Treating Sleep Wake Cycle Disturbances in Basal Ganglia Neurodegenerative Disorder Subjects With Ramelteon- A Double Blind, Placebo Controlled Trial
Huntington's disease (HD) is a progressively degenerative brain disorder, which results in a
loss of mental and physical abilities. It is genetically determined and people carrying the
HD gene invariably develop the clinical disorder at some point in their lives. HD symptoms
consist of neuropsychiatric changes and motor movements. Once present, the symptoms are
progressive in nature and eventually fatal. Currently there is no cure for HD.
Like HD, Parkinson's Disease (PD) and Dementia with Lewy Bodies (DLB) are also
neurodegenerative disorders affecting the basal ganglia. PD and DLB are synucleinopathies -
i.e., they are associated with dysfunction of the protein alpha-synuclein. Unlike HD, PD and
DLB are not inherited in an autosomal dominant manner.
Sleep/wake cycles in HD, PD and DLB. HD patients, especially those in moderate to severe
stages of the disease, frequently complain of difficulty falling and staying asleep. Little
is known about the phenomenology and pathophysiology of sleep disturbances in HD. The few
studies that have addressed this issue of sleep in HD have found disturbances in sleep
architecture and sleep/wake cycles. Overall, the literature on sleep and other circadian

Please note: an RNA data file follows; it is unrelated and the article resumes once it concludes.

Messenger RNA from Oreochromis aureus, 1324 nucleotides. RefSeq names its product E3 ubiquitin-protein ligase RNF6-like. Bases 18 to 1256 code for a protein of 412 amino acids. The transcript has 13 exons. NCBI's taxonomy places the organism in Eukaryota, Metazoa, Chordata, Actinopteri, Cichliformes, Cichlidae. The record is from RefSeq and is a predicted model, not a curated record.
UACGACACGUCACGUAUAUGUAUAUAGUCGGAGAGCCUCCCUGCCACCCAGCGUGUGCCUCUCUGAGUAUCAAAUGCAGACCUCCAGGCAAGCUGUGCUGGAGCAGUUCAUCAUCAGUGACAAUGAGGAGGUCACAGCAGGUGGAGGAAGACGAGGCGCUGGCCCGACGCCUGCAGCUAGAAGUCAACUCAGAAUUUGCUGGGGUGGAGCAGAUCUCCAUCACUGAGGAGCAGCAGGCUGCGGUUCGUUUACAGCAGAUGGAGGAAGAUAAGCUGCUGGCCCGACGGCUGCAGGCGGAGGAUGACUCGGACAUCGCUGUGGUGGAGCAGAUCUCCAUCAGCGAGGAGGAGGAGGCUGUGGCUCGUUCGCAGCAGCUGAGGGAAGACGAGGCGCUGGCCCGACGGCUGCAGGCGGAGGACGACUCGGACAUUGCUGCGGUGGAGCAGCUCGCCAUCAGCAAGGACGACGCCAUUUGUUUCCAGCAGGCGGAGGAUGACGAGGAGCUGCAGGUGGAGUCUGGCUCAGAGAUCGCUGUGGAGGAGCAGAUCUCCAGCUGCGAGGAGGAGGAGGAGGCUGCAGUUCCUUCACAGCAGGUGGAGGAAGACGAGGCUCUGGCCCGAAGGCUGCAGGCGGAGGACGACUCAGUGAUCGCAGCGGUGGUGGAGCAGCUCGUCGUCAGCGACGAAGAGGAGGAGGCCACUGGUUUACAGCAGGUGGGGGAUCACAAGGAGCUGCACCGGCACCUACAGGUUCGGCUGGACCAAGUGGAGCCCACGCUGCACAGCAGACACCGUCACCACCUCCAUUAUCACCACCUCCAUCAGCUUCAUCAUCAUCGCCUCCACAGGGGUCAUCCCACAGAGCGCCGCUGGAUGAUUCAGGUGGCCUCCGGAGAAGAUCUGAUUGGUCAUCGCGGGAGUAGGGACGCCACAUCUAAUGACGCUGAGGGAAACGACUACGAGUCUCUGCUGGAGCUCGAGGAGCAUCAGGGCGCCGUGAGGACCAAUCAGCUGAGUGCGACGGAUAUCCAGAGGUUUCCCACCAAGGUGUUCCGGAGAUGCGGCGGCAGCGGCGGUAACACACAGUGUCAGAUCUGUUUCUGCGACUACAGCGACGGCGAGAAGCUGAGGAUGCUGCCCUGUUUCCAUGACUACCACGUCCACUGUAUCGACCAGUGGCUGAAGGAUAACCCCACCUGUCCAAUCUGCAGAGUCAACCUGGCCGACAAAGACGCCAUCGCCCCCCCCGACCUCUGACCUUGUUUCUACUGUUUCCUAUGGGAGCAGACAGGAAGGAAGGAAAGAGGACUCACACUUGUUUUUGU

disturbances in HD is very limited. If sleep/wake cycle disturbances in HD have
pathophysiological mechanisms similar to other neurodegenerative disorders, then Ramelteon,
a hypnotic agent and melatonin receptor agonist, may be beneficial in sleep/wake cycle
disturbances in HD.
Sleep disruptions and circadian sleep disruptions are integral to the clinical presentation
of both PD and DLB. As is true in HD, sleep disturbances in PD and DLB cause severe
disruption to the patients and their caregivers' lives. In PD, sleep dysfunction occurs in
approximately two thirds of patients. Sleep problems range from difficulty with sleep
initiation, sleep fragmentation, disturbance of circadian rhythm, REM sleep behavior
disorder (RBD), to excessive daytime sleepiness. Frequent nighttime awakening and sleep
disruption are the most common sleep problems in PD. In DLB, REM sleep behavior disorder
(RBD) occurs years to decades before the onset of dementia. Importantly, melatonin is one of
the main treatments used for RBD. Therefore, a melatonin agonist such as Ramelteon is a
natural choice for the treatment of circadian sleep disturbances in PD and DLB.
Activity monitors (actigraphs) have been used as an alternative to polysomnography (PSG).
Actigraphs are small electronic motion sensors that detect movements in three axes and
provide information about the subjects' activity levels over periods of days to weeks. Using
validated algorithms to infer wakefulness and sleep, investigators can draw conclusions
about the individuals' sleep/wake cycle patterns from their activity patterns.
Allocation: Randomized, Endpoint Classification: Safety/Efficacy Study, Intervention Model: Parallel Assignment, Masking: Double Blind (Subject, Caregiver, Investigator, Outcomes Assessor), Primary Purpose: Treatment
Sleep efficiency and other actigraphy derived sleep parameters
2 weeks pre intervention; 4 weeks of the intervention; 2 weeks after intervention
Kaloyan S Tanev, MD
Massachusetts General Hospital
United States: Institutional Review Board
|Massachusetts General Hospital||Boston, Massachusetts 02114-2617|